Changing attitudes is even more challenging when the health education messages contradict the user’s beliefs, ethics, and cultural values [30]. By going through all pages of the app, reading the information available, and using the interactive function, users may gain more knowledge about colorectal cancer. Early detection of cancer, even by means of a noninvasive procedure, can also be an unpleasant life experience. Changing attitudes toward a healthier lifestyle, such as eating more vegetables, being physically active, and stopping smoking, may take longer because they involve their personal value(s).

    Although this study was unable to show a significant change in attitude toward colorectal screening, this should not be the reason for not using mobile apps as a means of health promotion and education because other studies have proved an association between knowledge of colorectal cancer and colorectal cancer screening rates [31-33]. A qualitative study was conducted with a focus group of 55 African Americans aged 50 years and older, which found that lack of knowledge is one of the major barriers to screening [31]. A similar finding was seen in other studies, such as a study involving 247 participants in New Mexico during a community event [32] and another study involving 1060 randomly selected visitors at Razavi Hospital of Mashhad, Iran [33]. Looking at the local context, studies have shown that knowledge and awareness of colorectal cancer among the Malaysian population is still low [5,34,35]. Therefore, any means that may improve the knowledge of the population on colorectal cancer should be fully utilized to increase screening participation. However, a longer period of study intervention and follow-up may provide better evidence for the effectiveness of an educational intervention.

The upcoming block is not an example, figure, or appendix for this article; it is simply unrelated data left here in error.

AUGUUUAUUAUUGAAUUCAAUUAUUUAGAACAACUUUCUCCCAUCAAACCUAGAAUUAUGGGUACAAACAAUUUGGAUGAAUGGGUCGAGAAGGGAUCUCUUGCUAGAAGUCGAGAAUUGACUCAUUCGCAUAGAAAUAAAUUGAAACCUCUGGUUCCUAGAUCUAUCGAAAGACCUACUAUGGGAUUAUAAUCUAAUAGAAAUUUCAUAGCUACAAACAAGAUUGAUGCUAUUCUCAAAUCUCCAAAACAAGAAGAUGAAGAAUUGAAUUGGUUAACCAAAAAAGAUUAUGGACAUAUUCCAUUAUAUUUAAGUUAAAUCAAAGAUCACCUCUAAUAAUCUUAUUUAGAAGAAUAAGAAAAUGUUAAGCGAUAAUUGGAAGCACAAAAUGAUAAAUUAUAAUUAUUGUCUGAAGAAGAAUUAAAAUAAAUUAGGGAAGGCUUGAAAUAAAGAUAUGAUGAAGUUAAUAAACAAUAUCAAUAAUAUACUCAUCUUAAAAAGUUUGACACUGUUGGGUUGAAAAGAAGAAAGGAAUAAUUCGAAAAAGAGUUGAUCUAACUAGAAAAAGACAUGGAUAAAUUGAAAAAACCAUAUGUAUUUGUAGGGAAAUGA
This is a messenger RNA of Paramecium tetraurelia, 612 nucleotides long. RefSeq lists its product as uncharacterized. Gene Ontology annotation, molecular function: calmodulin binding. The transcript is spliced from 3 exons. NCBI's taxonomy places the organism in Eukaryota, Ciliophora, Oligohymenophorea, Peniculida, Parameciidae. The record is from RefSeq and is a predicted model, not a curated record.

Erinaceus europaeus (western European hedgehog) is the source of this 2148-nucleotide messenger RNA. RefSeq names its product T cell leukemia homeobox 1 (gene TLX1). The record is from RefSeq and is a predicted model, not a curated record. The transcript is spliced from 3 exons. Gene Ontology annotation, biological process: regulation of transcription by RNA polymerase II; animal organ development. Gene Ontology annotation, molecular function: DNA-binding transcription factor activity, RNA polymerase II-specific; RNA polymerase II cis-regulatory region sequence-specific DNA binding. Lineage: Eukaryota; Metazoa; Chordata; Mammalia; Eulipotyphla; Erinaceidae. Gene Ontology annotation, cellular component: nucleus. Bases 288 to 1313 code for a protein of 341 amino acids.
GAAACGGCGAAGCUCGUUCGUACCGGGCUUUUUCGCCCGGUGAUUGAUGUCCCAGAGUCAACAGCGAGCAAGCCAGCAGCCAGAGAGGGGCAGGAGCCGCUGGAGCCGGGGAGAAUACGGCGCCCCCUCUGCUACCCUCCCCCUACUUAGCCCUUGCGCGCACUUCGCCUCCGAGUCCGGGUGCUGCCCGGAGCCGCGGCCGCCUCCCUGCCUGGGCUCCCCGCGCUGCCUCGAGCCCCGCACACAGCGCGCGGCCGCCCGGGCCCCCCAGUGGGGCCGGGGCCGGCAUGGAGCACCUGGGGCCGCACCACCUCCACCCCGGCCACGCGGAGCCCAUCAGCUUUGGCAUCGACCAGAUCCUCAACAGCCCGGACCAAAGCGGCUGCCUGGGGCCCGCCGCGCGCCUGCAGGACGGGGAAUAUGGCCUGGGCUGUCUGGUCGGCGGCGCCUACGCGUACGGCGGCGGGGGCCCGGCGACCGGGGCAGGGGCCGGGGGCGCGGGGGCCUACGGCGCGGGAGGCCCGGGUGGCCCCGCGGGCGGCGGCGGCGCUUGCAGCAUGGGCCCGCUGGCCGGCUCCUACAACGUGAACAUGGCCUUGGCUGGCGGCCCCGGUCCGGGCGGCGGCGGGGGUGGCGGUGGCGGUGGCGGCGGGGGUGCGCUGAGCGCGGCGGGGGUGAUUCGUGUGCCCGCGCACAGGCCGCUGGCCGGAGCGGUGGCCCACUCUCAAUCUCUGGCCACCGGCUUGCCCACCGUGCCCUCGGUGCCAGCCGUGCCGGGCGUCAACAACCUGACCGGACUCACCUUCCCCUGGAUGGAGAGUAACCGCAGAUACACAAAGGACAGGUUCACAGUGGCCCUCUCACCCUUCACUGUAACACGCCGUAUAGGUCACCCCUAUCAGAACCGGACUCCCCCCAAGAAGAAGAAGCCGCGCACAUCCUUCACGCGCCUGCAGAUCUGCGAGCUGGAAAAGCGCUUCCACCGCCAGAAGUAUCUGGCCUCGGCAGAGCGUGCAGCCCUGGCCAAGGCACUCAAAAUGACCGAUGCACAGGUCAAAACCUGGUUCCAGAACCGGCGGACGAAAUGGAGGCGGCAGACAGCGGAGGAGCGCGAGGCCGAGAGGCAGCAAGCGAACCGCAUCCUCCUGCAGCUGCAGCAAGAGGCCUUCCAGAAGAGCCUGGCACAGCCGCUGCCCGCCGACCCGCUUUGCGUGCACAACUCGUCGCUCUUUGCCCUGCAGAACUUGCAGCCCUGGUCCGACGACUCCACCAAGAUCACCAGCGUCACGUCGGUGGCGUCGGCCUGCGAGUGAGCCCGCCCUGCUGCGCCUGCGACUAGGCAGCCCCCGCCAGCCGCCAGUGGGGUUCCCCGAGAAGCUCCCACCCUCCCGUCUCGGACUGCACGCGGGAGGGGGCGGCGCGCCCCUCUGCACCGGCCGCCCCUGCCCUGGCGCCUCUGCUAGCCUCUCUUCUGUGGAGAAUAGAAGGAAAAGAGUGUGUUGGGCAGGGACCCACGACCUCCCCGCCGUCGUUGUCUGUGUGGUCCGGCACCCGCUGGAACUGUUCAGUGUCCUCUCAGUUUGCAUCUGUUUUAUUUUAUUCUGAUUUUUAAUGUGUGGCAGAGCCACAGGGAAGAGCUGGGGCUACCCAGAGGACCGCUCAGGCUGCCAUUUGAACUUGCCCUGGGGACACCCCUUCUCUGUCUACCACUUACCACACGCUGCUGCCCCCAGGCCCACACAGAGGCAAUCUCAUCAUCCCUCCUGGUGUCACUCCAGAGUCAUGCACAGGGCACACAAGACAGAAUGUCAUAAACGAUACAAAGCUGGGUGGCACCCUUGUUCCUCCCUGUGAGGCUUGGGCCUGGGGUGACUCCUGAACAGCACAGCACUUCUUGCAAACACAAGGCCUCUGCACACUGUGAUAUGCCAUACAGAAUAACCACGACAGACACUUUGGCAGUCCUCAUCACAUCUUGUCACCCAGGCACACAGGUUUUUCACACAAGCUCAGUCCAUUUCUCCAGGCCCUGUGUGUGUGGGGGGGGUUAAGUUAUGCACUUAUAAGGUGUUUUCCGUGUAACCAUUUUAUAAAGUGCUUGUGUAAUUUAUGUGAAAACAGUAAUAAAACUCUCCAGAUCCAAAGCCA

In conclusion, the advancements in communication technology should be fully used by health care providers in disseminating health education messages to the target population. A mobile app such as ColorApp is a way forward for health promotion and education, particularly in the prevention and early detection of colorectal cancer. ColorApp is currently published in version 14. It can be downloaded for free from the Google Play store.

    Acknowledgments